Archery World October 1987

When the Bulls Won’t Bugle
By Wayne Van Zwoll

The chase led down a rocky wash, then into the dark timber at the head of
a deep draw.  The draw became a canyon farther down, beyond where he
could see.  If they went there he wouldn’t follow.

The sun was up now, and he was warm.  They would be, too, and he’d not see
them in the open anymore.  He hurried down, sliding, grappling with the buckbrush,
snatching at the trunks of the trees to slow his descent.  He wasn’t being quiet, but they
wouldn’t wait for quiet people.

Meanwhile the elk were being democratic about things.  Milling about at a cut in the canyon
side, they drank from a small spring in turn, scrambled up onto the rock trail that hung
like a crooked string along a point that divided the forks of the drainage.  They were lower
than he was, and the canyon gaped beneath them.   There were six of them, all bulls, Bachelors,
they’d spent the dawn hours nibbling in a meadow on top, jousting with each other.  Velvet hung
in tattered strips, but the animals were fat.  They’d wandered off the hill into the head of the draw
when the sun got yellow.

He’d like to have got into them then, but they were too far.  He’d watched them with his glasses, his belly
pressed into the grass.  When they went over the lip he’d follow.  But then things had gone wrong.  Another
hunter had moved in from the west, and they’d smelled him just at the wrong time.  He was 20 steps
from one when this other fellow moved in, 20 steps and the last inch of draw.  The elk left.

Then he’d bumped them once himself, run too hard to catch up and got caught in the open.  They were
patient because they hadn’t been bothered much this summer and didn’t know about arrows, or didn’t
remember.

Now, thought, thye were moving out, Enough was enough.  Besides, the sun was up.  The end came at the
spring, after most of the bulls had left and were strung out on the trail around the point, headed for the bowels
of the canyon.  A yearling bull was waiting his turn and a five-point was standing over the water thinking that
maybe he didn’t want to leave just yet.  That’s when the first arrow hit the rocks.

He didn’t pay it much mind because he didn’t know what it was.  Then the next arrow rushed at him and it
was deflected.  It went deep and he ran and he got up into the sun on the rocks above the trail.  Then
everything went askew and he lost control and fell over and was dead.

THE RIGHT PLACES

It took me quite awhile to find that elk in the thick gut of that draw.  He’d tumbled a long way.  But it hadn’t
taken me much time at all to find him in the first place, in that meadow on top with the other bulls.  I was
thankful for that, because when the elk aren’t bugling finding them can be a real chore.  To spend more time
hunting and less time looking for elk, it’s important that you look in the right places in the right way.

Here are some things to keep in mind when you are trying to find those silent bulls,

First, know whey they’re silent.  If you’re hunting before rut, before bulls are interested in cows and are
still bachelor groups, don’t expect them to bugle.  They don’t do it for the fun.
When the rut is over and the bulls are tired, they seperate from the cows, but this time they’re more apt
to go off alone and just rest in a thicket near lots of food.  Solitary and secluded, often in heavy timber and
moving very little, such elk can be very hard to find.  If they bugle at all it will be at random.  They won’t move and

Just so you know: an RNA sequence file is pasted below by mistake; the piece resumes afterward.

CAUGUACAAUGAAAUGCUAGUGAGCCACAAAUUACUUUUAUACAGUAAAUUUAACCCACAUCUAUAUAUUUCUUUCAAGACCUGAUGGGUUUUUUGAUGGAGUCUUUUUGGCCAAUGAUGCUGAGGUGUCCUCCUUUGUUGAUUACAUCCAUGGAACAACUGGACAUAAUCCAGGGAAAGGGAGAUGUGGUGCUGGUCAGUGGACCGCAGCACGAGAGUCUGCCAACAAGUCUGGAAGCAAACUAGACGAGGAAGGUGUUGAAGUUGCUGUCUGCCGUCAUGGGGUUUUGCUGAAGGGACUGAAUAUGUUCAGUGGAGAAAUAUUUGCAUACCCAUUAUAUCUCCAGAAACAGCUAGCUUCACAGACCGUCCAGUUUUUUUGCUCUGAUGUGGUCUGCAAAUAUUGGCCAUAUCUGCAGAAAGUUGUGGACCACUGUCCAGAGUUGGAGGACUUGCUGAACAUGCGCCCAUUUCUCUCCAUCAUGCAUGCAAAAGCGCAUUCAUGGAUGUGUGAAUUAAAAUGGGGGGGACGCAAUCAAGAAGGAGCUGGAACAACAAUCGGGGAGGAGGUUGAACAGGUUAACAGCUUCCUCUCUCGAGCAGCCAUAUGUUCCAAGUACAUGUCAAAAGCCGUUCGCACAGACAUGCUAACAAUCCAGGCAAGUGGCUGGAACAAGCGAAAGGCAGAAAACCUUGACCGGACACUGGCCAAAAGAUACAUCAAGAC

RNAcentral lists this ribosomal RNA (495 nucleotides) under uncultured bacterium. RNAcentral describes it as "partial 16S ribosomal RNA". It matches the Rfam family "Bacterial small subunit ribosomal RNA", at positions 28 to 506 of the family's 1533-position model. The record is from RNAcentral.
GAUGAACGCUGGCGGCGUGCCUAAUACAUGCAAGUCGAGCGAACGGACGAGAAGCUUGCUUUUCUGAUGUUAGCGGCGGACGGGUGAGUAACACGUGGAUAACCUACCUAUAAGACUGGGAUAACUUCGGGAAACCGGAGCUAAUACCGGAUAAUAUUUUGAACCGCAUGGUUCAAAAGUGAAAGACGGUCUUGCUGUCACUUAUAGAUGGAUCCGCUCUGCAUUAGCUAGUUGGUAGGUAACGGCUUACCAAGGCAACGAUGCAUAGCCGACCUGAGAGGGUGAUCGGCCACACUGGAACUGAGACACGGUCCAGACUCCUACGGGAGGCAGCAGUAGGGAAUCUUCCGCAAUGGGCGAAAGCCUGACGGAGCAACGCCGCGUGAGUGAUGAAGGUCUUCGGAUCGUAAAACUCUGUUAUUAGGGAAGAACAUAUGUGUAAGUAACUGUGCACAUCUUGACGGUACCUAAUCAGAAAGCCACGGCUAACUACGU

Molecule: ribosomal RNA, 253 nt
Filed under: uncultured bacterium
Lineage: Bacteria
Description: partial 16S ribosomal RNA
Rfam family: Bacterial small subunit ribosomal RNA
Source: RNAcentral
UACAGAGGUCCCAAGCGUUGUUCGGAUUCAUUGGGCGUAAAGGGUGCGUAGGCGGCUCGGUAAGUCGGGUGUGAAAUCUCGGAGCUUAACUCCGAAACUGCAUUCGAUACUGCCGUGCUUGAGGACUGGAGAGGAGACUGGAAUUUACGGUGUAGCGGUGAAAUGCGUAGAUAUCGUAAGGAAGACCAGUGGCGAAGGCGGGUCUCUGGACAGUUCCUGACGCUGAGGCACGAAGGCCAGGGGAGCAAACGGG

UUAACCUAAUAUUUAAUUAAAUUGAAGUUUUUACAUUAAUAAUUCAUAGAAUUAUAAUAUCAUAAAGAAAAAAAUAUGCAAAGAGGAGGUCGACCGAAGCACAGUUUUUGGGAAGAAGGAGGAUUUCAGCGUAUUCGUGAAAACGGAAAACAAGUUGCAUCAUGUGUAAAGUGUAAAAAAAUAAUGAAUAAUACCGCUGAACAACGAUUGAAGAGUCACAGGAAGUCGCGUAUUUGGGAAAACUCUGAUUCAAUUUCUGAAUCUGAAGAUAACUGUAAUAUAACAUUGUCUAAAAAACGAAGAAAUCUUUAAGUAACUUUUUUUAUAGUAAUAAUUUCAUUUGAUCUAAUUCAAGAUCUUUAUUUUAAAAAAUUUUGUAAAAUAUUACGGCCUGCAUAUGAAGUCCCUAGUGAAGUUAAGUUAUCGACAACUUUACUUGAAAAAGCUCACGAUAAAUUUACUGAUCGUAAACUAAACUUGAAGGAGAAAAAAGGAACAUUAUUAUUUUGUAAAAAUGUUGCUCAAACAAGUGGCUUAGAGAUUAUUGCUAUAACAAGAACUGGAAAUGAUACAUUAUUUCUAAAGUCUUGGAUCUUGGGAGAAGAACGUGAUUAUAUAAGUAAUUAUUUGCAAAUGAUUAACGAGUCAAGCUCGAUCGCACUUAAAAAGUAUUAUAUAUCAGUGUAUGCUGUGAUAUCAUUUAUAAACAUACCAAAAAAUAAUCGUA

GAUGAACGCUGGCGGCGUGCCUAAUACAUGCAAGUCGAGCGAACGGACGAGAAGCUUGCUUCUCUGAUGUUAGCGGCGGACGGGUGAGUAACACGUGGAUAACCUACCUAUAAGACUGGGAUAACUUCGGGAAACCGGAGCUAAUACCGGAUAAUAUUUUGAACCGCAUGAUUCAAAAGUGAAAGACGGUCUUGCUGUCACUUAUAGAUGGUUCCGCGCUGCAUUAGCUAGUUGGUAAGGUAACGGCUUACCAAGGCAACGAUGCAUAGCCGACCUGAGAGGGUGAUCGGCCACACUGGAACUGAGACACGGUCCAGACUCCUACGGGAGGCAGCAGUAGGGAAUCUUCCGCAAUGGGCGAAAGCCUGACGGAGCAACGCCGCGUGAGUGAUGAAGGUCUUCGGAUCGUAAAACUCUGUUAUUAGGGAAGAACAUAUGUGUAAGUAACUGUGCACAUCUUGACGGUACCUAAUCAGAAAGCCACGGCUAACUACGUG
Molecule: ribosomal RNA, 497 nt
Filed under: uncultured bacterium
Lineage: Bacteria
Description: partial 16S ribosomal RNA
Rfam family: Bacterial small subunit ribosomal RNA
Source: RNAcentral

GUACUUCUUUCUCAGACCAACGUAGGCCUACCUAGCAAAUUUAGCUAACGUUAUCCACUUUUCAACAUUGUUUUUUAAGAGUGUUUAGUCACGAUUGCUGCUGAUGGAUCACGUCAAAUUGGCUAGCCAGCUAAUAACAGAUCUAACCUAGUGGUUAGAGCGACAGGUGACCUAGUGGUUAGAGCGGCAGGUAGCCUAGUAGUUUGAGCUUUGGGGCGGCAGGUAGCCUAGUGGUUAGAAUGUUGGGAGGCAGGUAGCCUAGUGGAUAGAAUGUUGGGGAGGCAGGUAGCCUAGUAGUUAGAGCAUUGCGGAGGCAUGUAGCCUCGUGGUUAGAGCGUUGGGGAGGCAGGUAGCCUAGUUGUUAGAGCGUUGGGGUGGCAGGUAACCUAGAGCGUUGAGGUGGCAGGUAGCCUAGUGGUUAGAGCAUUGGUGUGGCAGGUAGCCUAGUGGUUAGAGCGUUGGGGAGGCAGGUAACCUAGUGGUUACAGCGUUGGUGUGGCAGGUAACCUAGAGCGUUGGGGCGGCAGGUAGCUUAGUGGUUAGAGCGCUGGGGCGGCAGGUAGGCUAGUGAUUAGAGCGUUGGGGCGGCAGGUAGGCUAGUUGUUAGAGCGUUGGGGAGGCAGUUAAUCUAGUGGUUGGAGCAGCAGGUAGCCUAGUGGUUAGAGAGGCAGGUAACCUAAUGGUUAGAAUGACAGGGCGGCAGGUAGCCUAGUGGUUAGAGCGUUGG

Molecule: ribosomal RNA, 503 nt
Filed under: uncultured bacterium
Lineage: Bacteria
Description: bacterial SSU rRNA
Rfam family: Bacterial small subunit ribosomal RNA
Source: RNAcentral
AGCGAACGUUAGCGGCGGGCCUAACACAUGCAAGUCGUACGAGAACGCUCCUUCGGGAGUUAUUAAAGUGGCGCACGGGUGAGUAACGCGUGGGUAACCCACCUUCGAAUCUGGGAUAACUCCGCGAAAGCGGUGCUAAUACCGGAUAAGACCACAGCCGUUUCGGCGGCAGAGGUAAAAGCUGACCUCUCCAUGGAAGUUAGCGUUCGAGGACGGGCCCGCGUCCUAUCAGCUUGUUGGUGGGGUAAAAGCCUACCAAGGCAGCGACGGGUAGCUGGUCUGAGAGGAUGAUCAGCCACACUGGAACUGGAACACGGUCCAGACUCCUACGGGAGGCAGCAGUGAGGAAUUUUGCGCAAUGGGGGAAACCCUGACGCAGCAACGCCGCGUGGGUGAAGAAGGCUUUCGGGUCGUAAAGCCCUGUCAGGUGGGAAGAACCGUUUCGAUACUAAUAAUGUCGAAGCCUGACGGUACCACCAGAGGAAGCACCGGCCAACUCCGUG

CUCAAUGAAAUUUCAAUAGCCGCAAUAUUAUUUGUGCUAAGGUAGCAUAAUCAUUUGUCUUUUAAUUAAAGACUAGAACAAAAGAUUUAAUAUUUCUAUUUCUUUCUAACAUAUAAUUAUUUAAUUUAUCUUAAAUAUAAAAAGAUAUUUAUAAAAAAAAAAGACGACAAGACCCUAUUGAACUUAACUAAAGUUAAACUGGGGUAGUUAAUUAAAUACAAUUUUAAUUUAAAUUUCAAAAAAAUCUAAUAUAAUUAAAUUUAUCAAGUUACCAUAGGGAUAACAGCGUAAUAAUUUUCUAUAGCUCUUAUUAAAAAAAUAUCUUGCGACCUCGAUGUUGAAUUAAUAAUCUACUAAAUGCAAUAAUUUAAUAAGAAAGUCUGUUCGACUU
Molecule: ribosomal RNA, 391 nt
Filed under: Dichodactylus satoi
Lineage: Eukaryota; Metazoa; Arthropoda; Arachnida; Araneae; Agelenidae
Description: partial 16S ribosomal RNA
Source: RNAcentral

they’re unlikely to pull you in with a string of answers to your elk whistle.

Sometimes elk can be silent during the rut.  In areas where the hunting pressure is extreme, bulls hear enough fake
challenges and run into enough bugling hunters to know what is real and what isn’t.

Sometimes they don’t even care to find out, but pack their cows off to some steep, jungly corner of the mountains as
soon as they hear the first note.  Outrider bulls that have been kicked around a little learn it’s best to approach a harem
silently, to find out something about the bull doing the screaming, if not to make sure it’s really a bull in the first place.

During rut- and even out of rut – elk don’t always need a reason to act as they do, and it may seem a waste of time
to find out why elk are silent when they probably haven’t reasoned that through themselves.  Still,

knowing why, or at least postulating why,
rnakes a difference in how you hunt. If you are
to End elk consistently it must.
If you’re going to be hunting early, before
rut, remember that you’re as likely to find
several bulls together as to find a single bull.
l`ve taken two bulls in August. Both were in
bachelor groups. Of those shot during September, most were alone.
Bulls in groups are tough to find early because one group may hold all the bulls from
many square miles of rugged country. If you
don`t find that group you can do a lot of hiking
for little reward. It’s imperative, then, that
you know how to read sign and know enough
about elk habit to at least make a good guess
as  to where the elk will be. Being familiar
with the country is certainly helpful; barring

large-scale disturbance, the same late summer
range will be favored year after year.
When you go early, spend at least a day
just covering ground. Look for fresh elk droppings; disregard sign you think is over a
couple of weeks old. Anything moist is fresh,
of course. Black droppings are older than
brown, but in hot, dry country elk pellets turn
black very quickly. Really old sign will be
leached to a tan color and cracked on the surface,
Concentrate on areas where elk forage:
grassy hillsides, small mountain basins,
openings in the timber where the light can
spur grass growth. Most elk droppings will be
when where the animals eat, albeit they chew
their cud in their beds. Remember, too, that
elk have night-time as well as day-time beds,